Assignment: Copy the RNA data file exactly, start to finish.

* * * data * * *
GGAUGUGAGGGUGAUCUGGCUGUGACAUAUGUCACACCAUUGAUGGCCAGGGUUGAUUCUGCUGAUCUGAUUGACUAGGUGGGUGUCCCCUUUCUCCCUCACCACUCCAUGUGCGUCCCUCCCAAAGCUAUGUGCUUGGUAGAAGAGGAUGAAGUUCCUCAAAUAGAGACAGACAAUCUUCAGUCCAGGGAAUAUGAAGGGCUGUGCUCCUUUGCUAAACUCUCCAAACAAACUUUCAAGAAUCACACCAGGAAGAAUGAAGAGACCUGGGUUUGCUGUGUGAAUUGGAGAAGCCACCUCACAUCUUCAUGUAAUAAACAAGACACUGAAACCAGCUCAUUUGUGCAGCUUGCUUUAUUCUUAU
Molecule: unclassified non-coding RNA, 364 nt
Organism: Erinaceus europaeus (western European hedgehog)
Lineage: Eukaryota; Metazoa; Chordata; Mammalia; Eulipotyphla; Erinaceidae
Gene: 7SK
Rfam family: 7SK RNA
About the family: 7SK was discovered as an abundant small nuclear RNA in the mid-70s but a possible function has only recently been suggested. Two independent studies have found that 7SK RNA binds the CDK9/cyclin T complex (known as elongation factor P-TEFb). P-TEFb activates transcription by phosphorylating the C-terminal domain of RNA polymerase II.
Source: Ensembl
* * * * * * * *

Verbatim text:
GGAUGUGAGGGUGAUCUGGCUGUGACAUAUGUCACACCAUUGAUGGCCAGGGUUGAUUCUGCUGAUCUGAUUGACUAGGUGGGUGUCCCCUUUCUCCCUCACCACUCCAUGUGCGUCCCUCCCAAAGCUAUGUGCUUGGUAGAAGAGGAUGAAGUUCCUCAAAUAGAGACAGACAAUCUUCAGUCCAGGGAAUAUGAAGGGCUGUGCUCCUUUGCUAAACUCUCCAAACAAACUUUCAAGAAUCACACCAGGAAGAAUGAAGAGACCUGGGUUUGCUGUGUGAAUUGGAGAAGCCACCUCACAUCUUCAUGUAAUAAACAAGACACUGAAACCAGCUCAUUUGUGCAGCUUGCUUUAUUCUUAU
Molecule: unclassified non-coding RNA, 364 nt
Organism: Erinaceus europaeus (western European hedgehog)
Lineage: Eukaryota; Metazoa; Chordata; Mammalia; Eulipotyphla; Erinaceidae
Gene: 7SK
Rfam family: 7SK RNA
About the family: 7SK was discovered as an abundant small nuclear RNA in the mid-70s but a possible function has only recently been suggested. Two independent studies have found that 7SK RNA binds the CDK9/cyclin T complex (known as elongation factor P-TEFb). P-TEFb activates transcription by phosphorylating the C-terminal domain of RNA polymerase II.
Source: Ensembl